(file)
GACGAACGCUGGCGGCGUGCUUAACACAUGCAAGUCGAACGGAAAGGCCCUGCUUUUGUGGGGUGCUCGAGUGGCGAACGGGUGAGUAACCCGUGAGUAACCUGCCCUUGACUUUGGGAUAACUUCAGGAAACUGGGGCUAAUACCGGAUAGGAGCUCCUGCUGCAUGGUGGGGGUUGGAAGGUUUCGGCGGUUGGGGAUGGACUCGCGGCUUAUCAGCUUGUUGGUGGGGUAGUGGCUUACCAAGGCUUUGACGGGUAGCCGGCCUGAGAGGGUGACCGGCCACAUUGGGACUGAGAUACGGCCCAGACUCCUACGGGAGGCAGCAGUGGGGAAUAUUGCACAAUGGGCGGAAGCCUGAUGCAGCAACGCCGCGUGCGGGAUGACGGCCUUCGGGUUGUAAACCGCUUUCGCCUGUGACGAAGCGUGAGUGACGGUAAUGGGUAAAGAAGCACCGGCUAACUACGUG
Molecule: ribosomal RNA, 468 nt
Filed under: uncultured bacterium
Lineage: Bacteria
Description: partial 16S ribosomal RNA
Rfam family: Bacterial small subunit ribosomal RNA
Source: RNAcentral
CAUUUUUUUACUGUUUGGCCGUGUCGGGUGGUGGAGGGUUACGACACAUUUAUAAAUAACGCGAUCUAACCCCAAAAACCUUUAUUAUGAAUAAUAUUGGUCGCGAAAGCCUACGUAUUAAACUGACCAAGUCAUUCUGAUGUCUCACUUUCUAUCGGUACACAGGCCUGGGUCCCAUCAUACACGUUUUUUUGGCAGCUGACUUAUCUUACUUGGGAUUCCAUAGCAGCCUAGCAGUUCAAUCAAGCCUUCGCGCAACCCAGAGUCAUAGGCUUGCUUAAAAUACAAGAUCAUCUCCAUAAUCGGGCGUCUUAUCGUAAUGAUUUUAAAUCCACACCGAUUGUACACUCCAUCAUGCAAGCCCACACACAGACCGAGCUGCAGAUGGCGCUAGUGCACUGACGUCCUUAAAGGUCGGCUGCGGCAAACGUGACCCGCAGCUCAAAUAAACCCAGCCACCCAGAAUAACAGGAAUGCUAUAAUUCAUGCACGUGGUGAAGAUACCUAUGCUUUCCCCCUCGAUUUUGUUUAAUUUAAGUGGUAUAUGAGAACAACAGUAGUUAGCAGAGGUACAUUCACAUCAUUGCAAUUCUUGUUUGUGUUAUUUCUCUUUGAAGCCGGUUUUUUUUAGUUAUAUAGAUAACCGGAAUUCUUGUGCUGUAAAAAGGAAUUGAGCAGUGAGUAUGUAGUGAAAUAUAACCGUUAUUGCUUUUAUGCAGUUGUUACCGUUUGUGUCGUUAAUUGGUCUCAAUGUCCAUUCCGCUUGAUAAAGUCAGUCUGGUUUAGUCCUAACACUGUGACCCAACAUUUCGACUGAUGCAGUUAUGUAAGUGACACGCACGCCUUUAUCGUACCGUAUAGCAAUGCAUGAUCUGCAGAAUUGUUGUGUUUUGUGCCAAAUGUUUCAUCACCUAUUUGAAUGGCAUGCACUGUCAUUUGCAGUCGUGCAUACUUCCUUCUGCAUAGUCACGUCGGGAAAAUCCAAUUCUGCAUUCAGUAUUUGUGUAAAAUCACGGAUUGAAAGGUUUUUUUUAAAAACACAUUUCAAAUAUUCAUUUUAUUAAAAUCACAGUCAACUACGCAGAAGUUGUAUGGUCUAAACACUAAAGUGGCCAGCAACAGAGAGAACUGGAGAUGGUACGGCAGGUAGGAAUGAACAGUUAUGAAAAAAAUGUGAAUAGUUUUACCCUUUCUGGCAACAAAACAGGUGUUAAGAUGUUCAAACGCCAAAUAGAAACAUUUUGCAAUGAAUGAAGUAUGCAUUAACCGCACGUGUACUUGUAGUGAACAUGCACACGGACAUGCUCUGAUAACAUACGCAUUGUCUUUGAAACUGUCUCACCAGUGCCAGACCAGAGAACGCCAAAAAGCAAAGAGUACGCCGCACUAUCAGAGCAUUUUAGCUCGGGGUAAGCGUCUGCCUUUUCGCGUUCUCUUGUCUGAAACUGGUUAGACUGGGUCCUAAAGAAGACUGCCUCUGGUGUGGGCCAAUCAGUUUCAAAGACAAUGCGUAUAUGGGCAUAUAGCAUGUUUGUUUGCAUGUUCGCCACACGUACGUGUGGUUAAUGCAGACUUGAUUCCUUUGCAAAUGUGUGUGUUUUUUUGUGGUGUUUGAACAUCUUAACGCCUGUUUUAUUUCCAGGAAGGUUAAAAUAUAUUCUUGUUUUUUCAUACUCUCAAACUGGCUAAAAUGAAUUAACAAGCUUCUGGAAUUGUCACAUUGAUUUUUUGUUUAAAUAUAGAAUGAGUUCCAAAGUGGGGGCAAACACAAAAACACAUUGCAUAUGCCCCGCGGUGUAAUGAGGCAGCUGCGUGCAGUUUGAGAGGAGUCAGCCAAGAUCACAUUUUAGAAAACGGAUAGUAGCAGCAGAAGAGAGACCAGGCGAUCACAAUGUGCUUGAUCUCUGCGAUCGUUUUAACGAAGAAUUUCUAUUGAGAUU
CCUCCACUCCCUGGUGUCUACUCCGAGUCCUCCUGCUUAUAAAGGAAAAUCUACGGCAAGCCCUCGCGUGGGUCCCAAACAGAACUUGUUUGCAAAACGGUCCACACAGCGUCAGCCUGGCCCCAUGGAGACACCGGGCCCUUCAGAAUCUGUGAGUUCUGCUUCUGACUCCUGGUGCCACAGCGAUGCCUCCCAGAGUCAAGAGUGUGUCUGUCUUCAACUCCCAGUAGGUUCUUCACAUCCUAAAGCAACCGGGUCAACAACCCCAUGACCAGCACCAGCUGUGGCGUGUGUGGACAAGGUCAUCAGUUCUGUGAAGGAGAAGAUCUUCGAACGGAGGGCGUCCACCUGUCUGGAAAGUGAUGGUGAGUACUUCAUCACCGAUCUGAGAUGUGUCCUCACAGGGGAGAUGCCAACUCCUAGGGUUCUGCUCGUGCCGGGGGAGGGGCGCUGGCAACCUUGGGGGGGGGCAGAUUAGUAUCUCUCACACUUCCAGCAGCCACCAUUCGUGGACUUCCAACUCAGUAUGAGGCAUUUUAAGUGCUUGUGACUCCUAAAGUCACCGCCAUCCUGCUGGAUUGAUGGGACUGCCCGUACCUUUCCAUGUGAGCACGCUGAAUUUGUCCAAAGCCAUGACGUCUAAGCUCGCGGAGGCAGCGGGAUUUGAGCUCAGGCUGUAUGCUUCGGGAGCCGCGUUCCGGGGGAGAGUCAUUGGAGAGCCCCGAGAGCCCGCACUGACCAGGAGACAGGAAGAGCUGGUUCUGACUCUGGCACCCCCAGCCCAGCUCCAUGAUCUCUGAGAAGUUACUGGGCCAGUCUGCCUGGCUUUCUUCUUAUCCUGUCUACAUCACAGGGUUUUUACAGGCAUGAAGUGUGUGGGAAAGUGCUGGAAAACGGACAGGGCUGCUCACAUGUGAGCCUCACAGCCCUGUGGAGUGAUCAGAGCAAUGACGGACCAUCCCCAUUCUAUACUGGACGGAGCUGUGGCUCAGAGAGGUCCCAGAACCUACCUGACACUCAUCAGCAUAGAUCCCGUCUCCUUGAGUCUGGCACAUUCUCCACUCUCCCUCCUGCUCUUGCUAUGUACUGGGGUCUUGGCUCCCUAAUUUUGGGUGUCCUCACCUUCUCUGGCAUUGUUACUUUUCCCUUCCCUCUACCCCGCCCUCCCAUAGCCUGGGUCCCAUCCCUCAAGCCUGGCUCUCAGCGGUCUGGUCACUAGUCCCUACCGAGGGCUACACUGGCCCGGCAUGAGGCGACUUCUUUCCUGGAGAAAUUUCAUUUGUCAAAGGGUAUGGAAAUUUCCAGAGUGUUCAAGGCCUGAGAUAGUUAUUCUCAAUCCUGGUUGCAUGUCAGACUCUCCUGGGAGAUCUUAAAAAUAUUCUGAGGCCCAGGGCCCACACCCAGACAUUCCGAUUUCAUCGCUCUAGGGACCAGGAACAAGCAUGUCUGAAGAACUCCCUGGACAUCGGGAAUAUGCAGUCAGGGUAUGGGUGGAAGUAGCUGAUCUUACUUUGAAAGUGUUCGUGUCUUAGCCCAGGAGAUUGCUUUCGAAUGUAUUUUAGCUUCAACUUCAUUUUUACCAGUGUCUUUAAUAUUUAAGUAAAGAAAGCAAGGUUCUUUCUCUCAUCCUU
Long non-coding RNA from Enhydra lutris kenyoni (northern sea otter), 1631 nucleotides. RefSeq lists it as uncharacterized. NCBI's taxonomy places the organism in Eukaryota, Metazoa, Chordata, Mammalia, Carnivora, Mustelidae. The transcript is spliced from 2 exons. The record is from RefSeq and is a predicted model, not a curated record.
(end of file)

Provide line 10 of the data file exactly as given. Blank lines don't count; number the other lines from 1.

Long non-coding RNA from Enhydra lutris kenyoni (northern sea otter), 1631 nucleotides. RefSeq lists it as uncharacterized. NCBI's taxonomy places the organism in Eukaryota, Metazoa, Chordata, Mammalia, Carnivora, Mustelidae. The transcript is spliced from 2 exons. The record is from RefSeq and is a predicted model, not a curated record.